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  1. Cholera: MedlinePlus Medical Encyclopedia

    medlineplus.gov/ency/article/000303.htm

    Jul 02, 2020 · Cholera is caused by the bacteria Vibrio cholerae. These bacteria release a toxin that causes an increased amount of water to be released from cells that line the intestines. This increase in water produces severe diarrhea. People develop the infection from eating or drinking food or water that contains the cholera germ.

  2. Cholera: Signs, Symptoms, and Complications

    www.verywellhealth.com/cholera-signs-symptoms...

    Most people infected with cholera do not develop any symptoms. 1  For those who do, they will feel a lot like they have food poisoning, complete with diarrhea, nausea, and vomiting.

  3. Feb 01, 2020 · Cholera is a bacterial disease usually spread through contaminated water. Cholera causes severe diarrhea and dehydration. Left untreated, cholera can be fatal within hours, even in previously healthy people. Modern sewage and water treatment have virtually eliminated cholera in industrialized countries.

  4. Cholera | Vaccines

    www.vaccines.gov/diseases/cholera

    Cholera is rare in the United States, but it’s still common in some other countries. Every year, more than 100,000 people around the world die from cholera. The good news is the cholera vaccine can lower the risk that people traveling to countries with cholera will get the disease. The cholera vaccine is an oral (swallowed) vaccine.

  5. Cholera | MSF medical response

    www.msf.org/cholera

    Caused by a water-borne bacterial infection, cholera is transmitted through contaminated food or water, or through contact with fecal matter or vomit from infected people. A patient can lose up to 25 litres of fluid per day. Cholera can cause severe diarrhoea and vomiting, and rapidly prove fatal, within hours, if not treated.

  6. Cholera Treatment and Prevention | NIH: National Institute of ...

    www.niaid.nih.gov/diseases-conditions/cholera...

     NIAID efforts to develop a preventive cholera vaccine have targeted two distinct but overlapping approaches: live and “killed” vaccines. NIAID supports university-based and pharmaceutical and biotechnology researchers who are working to develop new cholera treatments and vaccines to prevent infection.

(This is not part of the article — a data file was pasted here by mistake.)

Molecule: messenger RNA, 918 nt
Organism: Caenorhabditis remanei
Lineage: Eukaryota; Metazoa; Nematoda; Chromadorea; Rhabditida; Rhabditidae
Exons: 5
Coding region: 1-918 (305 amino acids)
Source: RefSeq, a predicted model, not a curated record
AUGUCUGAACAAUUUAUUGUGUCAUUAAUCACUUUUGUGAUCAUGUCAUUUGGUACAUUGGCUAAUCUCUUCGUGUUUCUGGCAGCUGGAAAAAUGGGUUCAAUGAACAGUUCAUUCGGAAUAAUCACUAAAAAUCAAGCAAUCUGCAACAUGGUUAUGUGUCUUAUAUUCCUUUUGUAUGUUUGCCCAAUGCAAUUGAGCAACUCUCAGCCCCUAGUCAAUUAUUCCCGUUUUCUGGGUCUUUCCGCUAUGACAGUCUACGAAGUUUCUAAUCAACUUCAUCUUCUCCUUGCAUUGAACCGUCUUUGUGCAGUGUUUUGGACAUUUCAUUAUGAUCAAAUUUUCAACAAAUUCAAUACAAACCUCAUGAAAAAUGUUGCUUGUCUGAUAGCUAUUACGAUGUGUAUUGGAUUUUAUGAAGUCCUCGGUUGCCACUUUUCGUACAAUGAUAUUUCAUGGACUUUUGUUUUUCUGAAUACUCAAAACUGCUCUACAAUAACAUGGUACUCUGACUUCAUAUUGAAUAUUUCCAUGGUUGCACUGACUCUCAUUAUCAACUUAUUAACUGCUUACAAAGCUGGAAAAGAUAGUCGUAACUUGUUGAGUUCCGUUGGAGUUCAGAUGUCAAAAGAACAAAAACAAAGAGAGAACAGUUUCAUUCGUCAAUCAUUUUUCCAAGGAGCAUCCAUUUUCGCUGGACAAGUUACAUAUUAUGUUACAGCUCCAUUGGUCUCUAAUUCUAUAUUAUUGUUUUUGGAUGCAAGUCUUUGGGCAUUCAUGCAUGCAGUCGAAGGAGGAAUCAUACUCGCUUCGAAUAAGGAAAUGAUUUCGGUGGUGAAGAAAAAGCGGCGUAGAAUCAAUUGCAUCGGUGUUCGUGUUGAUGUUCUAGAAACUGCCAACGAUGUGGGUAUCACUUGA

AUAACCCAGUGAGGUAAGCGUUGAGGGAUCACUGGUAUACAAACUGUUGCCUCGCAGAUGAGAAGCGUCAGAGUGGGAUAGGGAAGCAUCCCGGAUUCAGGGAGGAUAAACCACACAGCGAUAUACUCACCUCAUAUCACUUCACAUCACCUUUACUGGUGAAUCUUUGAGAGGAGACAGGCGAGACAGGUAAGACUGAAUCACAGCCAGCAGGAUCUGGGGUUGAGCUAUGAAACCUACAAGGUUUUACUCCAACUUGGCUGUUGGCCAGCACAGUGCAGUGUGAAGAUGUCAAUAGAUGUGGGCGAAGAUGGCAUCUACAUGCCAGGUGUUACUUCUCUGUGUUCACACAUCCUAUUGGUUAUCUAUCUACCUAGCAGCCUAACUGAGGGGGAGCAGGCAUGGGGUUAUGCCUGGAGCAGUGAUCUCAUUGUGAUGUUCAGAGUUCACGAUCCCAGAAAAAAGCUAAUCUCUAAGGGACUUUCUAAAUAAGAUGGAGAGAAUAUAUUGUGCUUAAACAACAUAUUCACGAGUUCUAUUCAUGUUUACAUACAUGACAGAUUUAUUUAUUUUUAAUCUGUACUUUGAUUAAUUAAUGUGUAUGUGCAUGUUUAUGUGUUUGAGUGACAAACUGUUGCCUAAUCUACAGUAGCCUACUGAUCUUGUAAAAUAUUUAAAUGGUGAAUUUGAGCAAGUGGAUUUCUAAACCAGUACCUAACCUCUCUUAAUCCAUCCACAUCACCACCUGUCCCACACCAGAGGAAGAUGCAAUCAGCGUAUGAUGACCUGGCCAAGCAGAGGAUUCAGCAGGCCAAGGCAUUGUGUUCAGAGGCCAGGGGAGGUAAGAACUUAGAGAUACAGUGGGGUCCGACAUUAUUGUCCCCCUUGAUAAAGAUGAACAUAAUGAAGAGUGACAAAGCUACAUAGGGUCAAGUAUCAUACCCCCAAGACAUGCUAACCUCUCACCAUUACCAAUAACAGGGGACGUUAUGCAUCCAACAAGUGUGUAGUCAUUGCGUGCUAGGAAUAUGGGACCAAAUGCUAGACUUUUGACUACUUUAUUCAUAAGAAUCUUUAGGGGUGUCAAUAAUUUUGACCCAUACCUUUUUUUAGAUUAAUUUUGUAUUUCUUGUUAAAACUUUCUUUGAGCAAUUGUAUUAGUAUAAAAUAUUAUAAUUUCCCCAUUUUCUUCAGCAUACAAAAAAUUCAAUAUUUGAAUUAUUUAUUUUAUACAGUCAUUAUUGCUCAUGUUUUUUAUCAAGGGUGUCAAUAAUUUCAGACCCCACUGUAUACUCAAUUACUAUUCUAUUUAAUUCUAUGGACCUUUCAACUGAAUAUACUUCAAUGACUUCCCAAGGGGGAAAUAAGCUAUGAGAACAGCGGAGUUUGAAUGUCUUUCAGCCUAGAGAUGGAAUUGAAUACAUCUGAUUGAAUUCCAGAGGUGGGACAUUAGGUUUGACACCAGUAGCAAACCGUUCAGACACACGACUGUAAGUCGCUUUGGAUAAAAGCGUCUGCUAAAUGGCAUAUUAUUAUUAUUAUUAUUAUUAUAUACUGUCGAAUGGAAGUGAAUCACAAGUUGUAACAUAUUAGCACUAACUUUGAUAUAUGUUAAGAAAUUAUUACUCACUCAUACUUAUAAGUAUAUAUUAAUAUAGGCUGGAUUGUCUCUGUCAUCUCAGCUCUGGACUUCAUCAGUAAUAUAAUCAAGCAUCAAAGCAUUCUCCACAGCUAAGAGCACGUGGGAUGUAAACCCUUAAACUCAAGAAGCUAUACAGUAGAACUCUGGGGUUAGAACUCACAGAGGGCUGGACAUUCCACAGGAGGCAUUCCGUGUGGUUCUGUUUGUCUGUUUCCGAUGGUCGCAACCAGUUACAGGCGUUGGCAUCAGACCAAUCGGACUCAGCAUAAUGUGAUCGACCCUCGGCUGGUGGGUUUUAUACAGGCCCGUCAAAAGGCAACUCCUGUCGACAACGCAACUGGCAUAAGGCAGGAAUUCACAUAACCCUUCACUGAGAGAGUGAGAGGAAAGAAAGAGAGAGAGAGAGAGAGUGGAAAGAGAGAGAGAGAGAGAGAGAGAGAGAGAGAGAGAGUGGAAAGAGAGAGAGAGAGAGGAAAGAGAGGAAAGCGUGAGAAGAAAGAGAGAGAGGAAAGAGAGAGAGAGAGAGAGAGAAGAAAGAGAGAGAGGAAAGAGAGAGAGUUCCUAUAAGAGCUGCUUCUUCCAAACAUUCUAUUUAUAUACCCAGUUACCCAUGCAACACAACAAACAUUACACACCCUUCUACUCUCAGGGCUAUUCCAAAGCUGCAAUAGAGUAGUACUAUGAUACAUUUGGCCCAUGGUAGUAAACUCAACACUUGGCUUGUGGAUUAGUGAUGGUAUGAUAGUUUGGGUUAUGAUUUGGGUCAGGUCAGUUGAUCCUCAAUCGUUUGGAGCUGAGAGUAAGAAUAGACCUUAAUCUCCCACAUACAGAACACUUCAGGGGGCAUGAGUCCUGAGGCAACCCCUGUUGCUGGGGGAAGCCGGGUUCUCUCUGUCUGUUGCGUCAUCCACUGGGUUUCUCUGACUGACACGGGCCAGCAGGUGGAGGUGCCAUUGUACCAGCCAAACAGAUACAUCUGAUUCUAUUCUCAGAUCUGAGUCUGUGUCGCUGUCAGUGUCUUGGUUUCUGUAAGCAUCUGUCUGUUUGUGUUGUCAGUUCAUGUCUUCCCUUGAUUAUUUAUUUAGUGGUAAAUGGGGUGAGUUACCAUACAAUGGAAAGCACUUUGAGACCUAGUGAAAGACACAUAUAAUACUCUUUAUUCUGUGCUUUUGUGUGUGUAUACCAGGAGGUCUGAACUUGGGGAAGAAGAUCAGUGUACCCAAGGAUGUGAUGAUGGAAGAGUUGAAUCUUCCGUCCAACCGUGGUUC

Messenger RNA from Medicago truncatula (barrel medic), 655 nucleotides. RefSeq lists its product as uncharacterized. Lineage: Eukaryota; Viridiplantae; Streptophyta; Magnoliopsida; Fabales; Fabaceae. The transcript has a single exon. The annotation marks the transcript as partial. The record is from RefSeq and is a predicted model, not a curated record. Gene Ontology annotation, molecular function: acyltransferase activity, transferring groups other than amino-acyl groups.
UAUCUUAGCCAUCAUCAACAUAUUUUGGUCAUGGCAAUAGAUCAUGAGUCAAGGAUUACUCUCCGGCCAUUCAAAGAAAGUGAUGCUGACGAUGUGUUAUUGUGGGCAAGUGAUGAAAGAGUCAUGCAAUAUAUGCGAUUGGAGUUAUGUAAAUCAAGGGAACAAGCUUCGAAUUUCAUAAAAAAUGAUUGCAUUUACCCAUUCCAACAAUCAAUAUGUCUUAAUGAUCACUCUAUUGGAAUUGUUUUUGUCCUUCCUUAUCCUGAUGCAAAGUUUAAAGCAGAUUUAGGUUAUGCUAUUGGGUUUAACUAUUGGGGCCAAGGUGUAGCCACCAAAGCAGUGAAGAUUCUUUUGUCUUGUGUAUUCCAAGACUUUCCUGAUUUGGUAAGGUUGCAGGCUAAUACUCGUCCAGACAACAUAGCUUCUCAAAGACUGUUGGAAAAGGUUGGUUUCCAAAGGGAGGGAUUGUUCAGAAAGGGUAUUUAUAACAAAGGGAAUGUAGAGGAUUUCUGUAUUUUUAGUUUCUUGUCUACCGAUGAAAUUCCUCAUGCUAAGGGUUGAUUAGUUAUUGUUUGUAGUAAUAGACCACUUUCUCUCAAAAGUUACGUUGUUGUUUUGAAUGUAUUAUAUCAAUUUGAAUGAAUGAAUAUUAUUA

7. Disease Outbreak Control Division | Cholera

    health.hawaii.gov/docd/disease_listing/cholera

    Cholera is a serious bacterial infection of the intestines that may result in severe, watery diarrhea. Cholera is caused by bacteria called Vibrio cholerae. Cholera occurs more often in countries that do not have treated drinking water or good sewage treatment.

  8. Cholera | Society | The Guardian

    www.theguardian.com/society/cholera

    Cholera has largely been beaten in the west, but it still kills tens of thousands of people in poorer countries every year. As we search for a cure for coronavirus, we have to make sure it will be...

  9. Cholera Treatment & Management: Approach Considerations ...

    emedicine.medscape.com/article/962643-treatment

    Nov 02, 2018 · Rehydration is the first priority in the treatment of cholera. Rehydration is accomplished in 2 phases: rehydration and maintenance. The goal of the rehydration phase is to restore normal hydration...

  10. Updated Global Burden of Cholera in Endemic Countries

    www.ncbi.nlm.nih.gov/pmc/articles/PMC4455997

    Jun 04, 2015 · Since the early 1800s, pandemics of cholera have affected millions, with the seventh still ongoing since 1961. Access to safe water and improved sanitation facilities has eliminated cholera transmission of Vibrio cholerae, the causative agent, in high-income countries.

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